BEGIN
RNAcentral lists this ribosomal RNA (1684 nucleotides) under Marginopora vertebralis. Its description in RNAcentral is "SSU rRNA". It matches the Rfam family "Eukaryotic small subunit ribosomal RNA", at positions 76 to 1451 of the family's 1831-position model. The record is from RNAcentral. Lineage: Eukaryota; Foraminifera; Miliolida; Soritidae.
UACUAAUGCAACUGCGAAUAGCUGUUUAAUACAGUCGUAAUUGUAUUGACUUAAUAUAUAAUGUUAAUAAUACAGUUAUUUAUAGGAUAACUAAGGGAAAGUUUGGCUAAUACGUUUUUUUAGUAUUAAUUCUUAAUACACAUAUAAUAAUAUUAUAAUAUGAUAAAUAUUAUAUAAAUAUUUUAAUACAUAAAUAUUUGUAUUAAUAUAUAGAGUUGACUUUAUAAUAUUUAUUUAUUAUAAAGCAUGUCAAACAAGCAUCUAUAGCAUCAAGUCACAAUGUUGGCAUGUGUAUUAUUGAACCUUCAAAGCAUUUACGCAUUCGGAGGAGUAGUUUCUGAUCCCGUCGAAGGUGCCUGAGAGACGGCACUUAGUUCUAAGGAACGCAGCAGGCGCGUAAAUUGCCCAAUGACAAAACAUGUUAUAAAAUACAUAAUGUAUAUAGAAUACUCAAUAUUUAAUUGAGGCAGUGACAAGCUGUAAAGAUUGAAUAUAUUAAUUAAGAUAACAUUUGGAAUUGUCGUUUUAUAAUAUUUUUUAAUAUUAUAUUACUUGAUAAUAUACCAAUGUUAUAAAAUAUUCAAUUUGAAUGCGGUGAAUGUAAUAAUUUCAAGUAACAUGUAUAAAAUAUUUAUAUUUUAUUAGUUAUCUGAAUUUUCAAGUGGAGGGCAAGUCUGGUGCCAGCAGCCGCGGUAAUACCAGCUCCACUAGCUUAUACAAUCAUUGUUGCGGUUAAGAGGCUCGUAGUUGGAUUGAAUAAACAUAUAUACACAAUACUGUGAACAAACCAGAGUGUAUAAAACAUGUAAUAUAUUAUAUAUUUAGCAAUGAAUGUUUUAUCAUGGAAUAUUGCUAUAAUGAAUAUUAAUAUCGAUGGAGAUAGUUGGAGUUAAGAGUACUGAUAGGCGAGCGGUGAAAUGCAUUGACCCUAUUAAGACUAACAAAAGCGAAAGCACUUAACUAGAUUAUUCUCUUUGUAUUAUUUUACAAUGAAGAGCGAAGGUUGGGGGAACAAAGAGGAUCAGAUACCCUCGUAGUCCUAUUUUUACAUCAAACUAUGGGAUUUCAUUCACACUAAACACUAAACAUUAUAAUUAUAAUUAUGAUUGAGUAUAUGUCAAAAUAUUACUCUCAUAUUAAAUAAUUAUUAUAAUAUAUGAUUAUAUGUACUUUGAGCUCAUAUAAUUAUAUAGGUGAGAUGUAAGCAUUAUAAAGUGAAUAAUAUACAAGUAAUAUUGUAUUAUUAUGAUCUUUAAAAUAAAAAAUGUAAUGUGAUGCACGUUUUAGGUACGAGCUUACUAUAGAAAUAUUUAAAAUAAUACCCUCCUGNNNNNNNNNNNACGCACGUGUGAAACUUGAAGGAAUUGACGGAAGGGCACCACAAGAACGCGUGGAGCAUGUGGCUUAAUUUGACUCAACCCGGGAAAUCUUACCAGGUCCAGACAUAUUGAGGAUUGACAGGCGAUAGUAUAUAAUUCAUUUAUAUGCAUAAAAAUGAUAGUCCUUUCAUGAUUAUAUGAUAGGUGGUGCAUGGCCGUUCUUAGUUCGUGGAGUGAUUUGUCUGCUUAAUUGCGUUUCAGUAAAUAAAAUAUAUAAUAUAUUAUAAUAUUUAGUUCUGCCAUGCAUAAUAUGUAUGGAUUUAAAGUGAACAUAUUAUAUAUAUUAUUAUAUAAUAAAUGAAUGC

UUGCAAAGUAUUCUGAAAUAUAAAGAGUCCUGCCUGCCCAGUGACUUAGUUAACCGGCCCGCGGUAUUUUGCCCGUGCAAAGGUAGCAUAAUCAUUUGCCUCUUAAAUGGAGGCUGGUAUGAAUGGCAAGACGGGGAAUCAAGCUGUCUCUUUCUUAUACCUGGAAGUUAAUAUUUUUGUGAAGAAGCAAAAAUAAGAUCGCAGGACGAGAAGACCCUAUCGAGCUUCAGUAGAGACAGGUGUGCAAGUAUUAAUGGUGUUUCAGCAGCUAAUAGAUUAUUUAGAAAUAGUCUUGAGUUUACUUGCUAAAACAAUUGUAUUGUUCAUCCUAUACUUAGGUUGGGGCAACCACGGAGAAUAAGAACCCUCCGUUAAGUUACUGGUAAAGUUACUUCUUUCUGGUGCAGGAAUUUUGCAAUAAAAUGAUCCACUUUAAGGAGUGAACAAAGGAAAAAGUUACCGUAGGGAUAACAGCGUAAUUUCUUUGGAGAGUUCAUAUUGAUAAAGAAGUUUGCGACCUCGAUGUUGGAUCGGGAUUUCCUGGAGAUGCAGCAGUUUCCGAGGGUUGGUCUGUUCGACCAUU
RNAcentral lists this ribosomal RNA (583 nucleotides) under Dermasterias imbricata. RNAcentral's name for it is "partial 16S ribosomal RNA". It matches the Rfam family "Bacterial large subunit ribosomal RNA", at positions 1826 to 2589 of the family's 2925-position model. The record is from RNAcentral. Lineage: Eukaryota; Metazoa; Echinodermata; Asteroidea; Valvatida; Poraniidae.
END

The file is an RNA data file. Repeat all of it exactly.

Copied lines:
RNAcentral lists this ribosomal RNA (1684 nucleotides) under Marginopora vertebralis. Its description in RNAcentral is "SSU rRNA". It matches the Rfam family "Eukaryotic small subunit ribosomal RNA", at positions 76 to 1451 of the family's 1831-position model. The record is from RNAcentral. Lineage: Eukaryota; Foraminifera; Miliolida; Soritidae.
UACUAAUGCAACUGCGAAUAGCUGUUUAAUACAGUCGUAAUUGUAUUGACUUAAUAUAUAAUGUUAAUAAUACAGUUAUUUAUAGGAUAACUAAGGGAAAGUUUGGCUAAUACGUUUUUUUAGUAUUAAUUCUUAAUACACAUAUAAUAAUAUUAUAAUAUGAUAAAUAUUAUAUAAAUAUUUUAAUACAUAAAUAUUUGUAUUAAUAUAUAGAGUUGACUUUAUAAUAUUUAUUUAUUAUAAAGCAUGUCAAACAAGCAUCUAUAGCAUCAAGUCACAAUGUUGGCAUGUGUAUUAUUGAACCUUCAAAGCAUUUACGCAUUCGGAGGAGUAGUUUCUGAUCCCGUCGAAGGUGCCUGAGAGACGGCACUUAGUUCUAAGGAACGCAGCAGGCGCGUAAAUUGCCCAAUGACAAAACAUGUUAUAAAAUACAUAAUGUAUAUAGAAUACUCAAUAUUUAAUUGAGGCAGUGACAAGCUGUAAAGAUUGAAUAUAUUAAUUAAGAUAACAUUUGGAAUUGUCGUUUUAUAAUAUUUUUUAAUAUUAUAUUACUUGAUAAUAUACCAAUGUUAUAAAAUAUUCAAUUUGAAUGCGGUGAAUGUAAUAAUUUCAAGUAACAUGUAUAAAAUAUUUAUAUUUUAUUAGUUAUCUGAAUUUUCAAGUGGAGGGCAAGUCUGGUGCCAGCAGCCGCGGUAAUACCAGCUCCACUAGCUUAUACAAUCAUUGUUGCGGUUAAGAGGCUCGUAGUUGGAUUGAAUAAACAUAUAUACACAAUACUGUGAACAAACCAGAGUGUAUAAAACAUGUAAUAUAUUAUAUAUUUAGCAAUGAAUGUUUUAUCAUGGAAUAUUGCUAUAAUGAAUAUUAAUAUCGAUGGAGAUAGUUGGAGUUAAGAGUACUGAUAGGCGAGCGGUGAAAUGCAUUGACCCUAUUAAGACUAACAAAAGCGAAAGCACUUAACUAGAUUAUUCUCUUUGUAUUAUUUUACAAUGAAGAGCGAAGGUUGGGGGAACAAAGAGGAUCAGAUACCCUCGUAGUCCUAUUUUUACAUCAAACUAUGGGAUUUCAUUCACACUAAACACUAAACAUUAUAAUUAUAAUUAUGAUUGAGUAUAUGUCAAAAUAUUACUCUCAUAUUAAAUAAUUAUUAUAAUAUAUGAUUAUAUGUACUUUGAGCUCAUAUAAUUAUAUAGGUGAGAUGUAAGCAUUAUAAAGUGAAUAAUAUACAAGUAAUAUUGUAUUAUUAUGAUCUUUAAAAUAAAAAAUGUAAUGUGAUGCACGUUUUAGGUACGAGCUUACUAUAGAAAUAUUUAAAAUAAUACCCUCCUGNNNNNNNNNNNACGCACGUGUGAAACUUGAAGGAAUUGACGGAAGGGCACCACAAGAACGCGUGGAGCAUGUGGCUUAAUUUGACUCAACCCGGGAAAUCUUACCAGGUCCAGACAUAUUGAGGAUUGACAGGCGAUAGUAUAUAAUUCAUUUAUAUGCAUAAAAAUGAUAGUCCUUUCAUGAUUAUAUGAUAGGUGGUGCAUGGCCGUUCUUAGUUCGUGGAGUGAUUUGUCUGCUUAAUUGCGUUUCAGUAAAUAAAAUAUAUAAUAUAUUAUAAUAUUUAGUUCUGCCAUGCAUAAUAUGUAUGGAUUUAAAGUGAACAUAUUAUAUAUAUUAUUAUAUAAUAAAUGAAUGC

UUGCAAAGUAUUCUGAAAUAUAAAGAGUCCUGCCUGCCCAGUGACUUAGUUAACCGGCCCGCGGUAUUUUGCCCGUGCAAAGGUAGCAUAAUCAUUUGCCUCUUAAAUGGAGGCUGGUAUGAAUGGCAAGACGGGGAAUCAAGCUGUCUCUUUCUUAUACCUGGAAGUUAAUAUUUUUGUGAAGAAGCAAAAAUAAGAUCGCAGGACGAGAAGACCCUAUCGAGCUUCAGUAGAGACAGGUGUGCAAGUAUUAAUGGUGUUUCAGCAGCUAAUAGAUUAUUUAGAAAUAGUCUUGAGUUUACUUGCUAAAACAAUUGUAUUGUUCAUCCUAUACUUAGGUUGGGGCAACCACGGAGAAUAAGAACCCUCCGUUAAGUUACUGGUAAAGUUACUUCUUUCUGGUGCAGGAAUUUUGCAAUAAAAUGAUCCACUUUAAGGAGUGAACAAAGGAAAAAGUUACCGUAGGGAUAACAGCGUAAUUUCUUUGGAGAGUUCAUAUUGAUAAAGAAGUUUGCGACCUCGAUGUUGGAUCGGGAUUUCCUGGAGAUGCAGCAGUUUCCGAGGGUUGGUCUGUUCGACCAUU
RNAcentral lists this ribosomal RNA (583 nucleotides) under Dermasterias imbricata. RNAcentral's name for it is "partial 16S ribosomal RNA". It matches the Rfam family "Bacterial large subunit ribosomal RNA", at positions 1826 to 2589 of the family's 2925-position model. The record is from RNAcentral. Lineage: Eukaryota; Metazoa; Echinodermata; Asteroidea; Valvatida; Poraniidae.